• Contact local suppliers to see if they offer any mushroom-based snacks that you could incorporate in your grab-and-go range.

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There seems to be two camps when it comes to mushrooms.

Some people can’t get enough of their hearty, meat-like texture and their umami flavour that brings a unique depth to a myriad of dishes. Whereas others have been put off by memories of badly cooked soggy or slimy slices of mush.

Thankfully, innovative food companies have rushed to the rescue and are now offering plenty of ways to enjoy this versatile and healthy ingredient – from mushroom bacon and seafood to savoury snacks, like jerky and crisps. Even Big Food is getting involved, with Kellogg investing $35 million in Myco Technology and General Mills backing Purely Elizabeth’s mushroom-powered functional wellness bars.  

Then perhaps it’s no surprise that mushrooms have been hailed to be one of the key trends to watch in 2020, with the global market projected to jump from $34.1 billion in 2015 to $69.3 billion by 2024. So, let’s take a closer look at what these new fungi on the block can offer.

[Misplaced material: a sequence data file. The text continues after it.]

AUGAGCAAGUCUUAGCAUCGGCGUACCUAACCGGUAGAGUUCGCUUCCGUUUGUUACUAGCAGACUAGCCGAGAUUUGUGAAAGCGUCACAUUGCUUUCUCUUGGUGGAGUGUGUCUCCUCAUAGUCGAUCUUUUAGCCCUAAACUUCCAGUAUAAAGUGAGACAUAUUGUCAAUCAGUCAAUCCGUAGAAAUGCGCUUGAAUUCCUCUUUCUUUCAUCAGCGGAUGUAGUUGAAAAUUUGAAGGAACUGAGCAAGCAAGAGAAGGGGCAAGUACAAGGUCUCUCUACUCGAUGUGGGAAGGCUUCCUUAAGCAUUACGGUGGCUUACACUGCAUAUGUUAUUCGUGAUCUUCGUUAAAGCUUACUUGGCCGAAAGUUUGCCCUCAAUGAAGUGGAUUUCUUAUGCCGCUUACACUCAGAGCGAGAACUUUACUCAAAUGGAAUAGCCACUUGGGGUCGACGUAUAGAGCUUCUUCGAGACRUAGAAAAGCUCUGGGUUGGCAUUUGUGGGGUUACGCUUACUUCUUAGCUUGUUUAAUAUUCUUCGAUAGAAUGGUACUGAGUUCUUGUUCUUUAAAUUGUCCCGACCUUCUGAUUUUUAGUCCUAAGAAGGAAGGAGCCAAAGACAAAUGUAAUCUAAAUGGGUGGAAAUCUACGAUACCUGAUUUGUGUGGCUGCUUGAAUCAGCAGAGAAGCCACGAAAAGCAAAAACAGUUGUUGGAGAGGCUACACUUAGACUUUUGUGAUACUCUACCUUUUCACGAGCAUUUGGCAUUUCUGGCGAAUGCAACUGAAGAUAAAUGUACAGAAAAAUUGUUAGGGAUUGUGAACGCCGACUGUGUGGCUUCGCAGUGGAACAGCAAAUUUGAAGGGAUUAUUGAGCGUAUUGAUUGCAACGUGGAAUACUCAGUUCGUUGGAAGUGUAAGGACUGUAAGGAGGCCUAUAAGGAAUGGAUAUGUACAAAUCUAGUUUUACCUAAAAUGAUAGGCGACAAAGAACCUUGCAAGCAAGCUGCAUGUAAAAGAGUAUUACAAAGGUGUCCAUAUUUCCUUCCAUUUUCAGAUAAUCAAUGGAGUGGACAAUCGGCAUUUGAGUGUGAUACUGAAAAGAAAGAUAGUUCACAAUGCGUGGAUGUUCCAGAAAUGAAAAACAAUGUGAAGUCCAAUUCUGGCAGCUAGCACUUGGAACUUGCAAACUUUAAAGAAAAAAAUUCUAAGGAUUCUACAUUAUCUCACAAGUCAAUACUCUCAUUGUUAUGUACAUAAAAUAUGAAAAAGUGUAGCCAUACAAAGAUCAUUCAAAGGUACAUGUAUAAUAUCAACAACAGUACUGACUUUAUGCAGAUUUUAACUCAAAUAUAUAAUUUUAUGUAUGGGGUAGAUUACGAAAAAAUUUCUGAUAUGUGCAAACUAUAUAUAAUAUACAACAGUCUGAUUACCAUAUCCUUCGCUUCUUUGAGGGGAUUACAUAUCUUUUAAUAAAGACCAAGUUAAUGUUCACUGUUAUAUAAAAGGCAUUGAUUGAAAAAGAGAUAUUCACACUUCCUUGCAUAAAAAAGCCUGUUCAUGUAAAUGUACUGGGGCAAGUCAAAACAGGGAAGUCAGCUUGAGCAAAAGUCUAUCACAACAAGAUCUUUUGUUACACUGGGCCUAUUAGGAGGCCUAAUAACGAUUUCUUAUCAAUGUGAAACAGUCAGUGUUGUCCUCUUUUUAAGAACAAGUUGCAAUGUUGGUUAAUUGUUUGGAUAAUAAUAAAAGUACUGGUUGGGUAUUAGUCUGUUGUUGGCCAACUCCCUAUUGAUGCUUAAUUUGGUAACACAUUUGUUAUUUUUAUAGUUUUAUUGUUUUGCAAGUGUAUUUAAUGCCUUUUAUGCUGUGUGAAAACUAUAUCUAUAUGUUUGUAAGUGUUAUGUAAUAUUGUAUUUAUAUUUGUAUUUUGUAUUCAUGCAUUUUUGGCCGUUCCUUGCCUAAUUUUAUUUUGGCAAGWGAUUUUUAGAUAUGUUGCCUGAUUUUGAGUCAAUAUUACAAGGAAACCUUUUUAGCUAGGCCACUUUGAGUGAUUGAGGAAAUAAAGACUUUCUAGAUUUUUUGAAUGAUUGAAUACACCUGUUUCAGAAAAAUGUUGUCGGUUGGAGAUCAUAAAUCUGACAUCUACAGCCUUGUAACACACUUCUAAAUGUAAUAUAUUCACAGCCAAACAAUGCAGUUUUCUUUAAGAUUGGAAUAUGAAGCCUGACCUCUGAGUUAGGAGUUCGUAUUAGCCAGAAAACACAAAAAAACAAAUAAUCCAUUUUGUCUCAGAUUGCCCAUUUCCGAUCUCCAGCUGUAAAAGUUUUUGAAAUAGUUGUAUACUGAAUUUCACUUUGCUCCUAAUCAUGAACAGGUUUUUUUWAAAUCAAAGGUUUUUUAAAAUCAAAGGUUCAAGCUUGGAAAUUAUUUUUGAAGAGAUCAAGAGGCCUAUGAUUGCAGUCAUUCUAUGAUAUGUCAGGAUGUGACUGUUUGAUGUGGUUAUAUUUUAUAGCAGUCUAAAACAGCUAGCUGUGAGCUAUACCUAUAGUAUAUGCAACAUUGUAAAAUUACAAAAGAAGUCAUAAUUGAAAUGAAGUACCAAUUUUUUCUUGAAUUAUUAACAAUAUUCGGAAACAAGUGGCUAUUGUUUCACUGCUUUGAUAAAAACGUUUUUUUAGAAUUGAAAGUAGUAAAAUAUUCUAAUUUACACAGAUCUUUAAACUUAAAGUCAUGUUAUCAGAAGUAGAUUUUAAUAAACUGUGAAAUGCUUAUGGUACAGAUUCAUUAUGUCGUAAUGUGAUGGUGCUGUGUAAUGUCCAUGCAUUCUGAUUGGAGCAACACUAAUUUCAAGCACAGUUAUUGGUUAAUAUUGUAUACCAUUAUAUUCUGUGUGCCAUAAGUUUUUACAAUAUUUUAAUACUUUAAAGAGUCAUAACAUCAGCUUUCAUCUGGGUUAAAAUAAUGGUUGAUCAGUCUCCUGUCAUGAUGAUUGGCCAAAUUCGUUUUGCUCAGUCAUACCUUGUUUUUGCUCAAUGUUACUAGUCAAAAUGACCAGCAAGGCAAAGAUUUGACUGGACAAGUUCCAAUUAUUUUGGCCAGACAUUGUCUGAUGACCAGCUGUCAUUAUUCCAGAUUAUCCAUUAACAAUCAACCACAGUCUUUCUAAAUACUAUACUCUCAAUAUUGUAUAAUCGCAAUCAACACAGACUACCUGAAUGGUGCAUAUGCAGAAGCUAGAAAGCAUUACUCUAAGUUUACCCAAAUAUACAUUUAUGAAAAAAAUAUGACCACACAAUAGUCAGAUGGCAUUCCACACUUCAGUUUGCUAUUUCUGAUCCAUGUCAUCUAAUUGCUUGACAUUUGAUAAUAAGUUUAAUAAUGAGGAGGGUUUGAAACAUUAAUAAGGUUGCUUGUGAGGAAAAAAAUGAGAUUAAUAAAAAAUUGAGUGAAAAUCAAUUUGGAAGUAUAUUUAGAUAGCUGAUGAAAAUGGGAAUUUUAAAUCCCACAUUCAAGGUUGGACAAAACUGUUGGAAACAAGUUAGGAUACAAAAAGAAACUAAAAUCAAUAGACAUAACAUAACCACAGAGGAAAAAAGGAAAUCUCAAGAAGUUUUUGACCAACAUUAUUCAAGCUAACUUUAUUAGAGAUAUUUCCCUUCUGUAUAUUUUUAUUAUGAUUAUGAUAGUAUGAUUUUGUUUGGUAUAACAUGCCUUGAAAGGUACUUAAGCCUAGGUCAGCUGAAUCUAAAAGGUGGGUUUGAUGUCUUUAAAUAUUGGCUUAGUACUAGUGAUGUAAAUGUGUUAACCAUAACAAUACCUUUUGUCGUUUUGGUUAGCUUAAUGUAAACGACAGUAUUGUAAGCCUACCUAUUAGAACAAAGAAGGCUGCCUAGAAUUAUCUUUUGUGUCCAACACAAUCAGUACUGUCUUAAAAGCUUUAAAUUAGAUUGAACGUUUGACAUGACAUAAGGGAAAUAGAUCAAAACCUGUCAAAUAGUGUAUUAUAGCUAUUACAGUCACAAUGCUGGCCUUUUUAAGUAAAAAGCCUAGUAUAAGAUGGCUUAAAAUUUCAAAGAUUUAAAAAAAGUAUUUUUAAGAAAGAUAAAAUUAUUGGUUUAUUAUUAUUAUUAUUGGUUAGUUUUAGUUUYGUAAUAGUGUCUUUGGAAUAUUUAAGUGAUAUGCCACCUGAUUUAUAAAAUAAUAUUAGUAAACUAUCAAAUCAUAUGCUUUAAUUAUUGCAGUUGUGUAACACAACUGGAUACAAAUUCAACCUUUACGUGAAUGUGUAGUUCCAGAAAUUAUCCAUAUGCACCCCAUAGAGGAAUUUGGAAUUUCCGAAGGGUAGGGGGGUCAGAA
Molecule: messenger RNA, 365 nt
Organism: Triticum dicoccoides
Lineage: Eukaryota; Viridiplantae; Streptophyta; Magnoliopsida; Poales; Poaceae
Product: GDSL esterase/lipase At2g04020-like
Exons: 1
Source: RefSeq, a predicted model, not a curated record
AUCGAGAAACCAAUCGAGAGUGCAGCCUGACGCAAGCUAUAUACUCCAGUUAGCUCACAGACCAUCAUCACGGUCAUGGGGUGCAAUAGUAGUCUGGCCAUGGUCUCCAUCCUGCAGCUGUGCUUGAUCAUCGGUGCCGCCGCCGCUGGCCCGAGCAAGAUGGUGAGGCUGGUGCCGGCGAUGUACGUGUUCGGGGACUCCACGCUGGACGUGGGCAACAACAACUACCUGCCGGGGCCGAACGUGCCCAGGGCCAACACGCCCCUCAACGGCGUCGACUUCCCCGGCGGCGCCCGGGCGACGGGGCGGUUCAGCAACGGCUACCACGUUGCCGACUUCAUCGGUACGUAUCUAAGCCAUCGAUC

Trend drivers: health benefits and greener product options

Mushrooms boast some glowing health credentials. They’re not only packed full of antioxidants, essential vitamins and fibre but apoptogenic mushrooms – like Shiitake or Reishi - are also said to have immune-boosting and stress-busting qualities. So they’re perfect candidates for consumers interested in the food as medicine trend and an attractive choice for manufacturers developing new functional food products.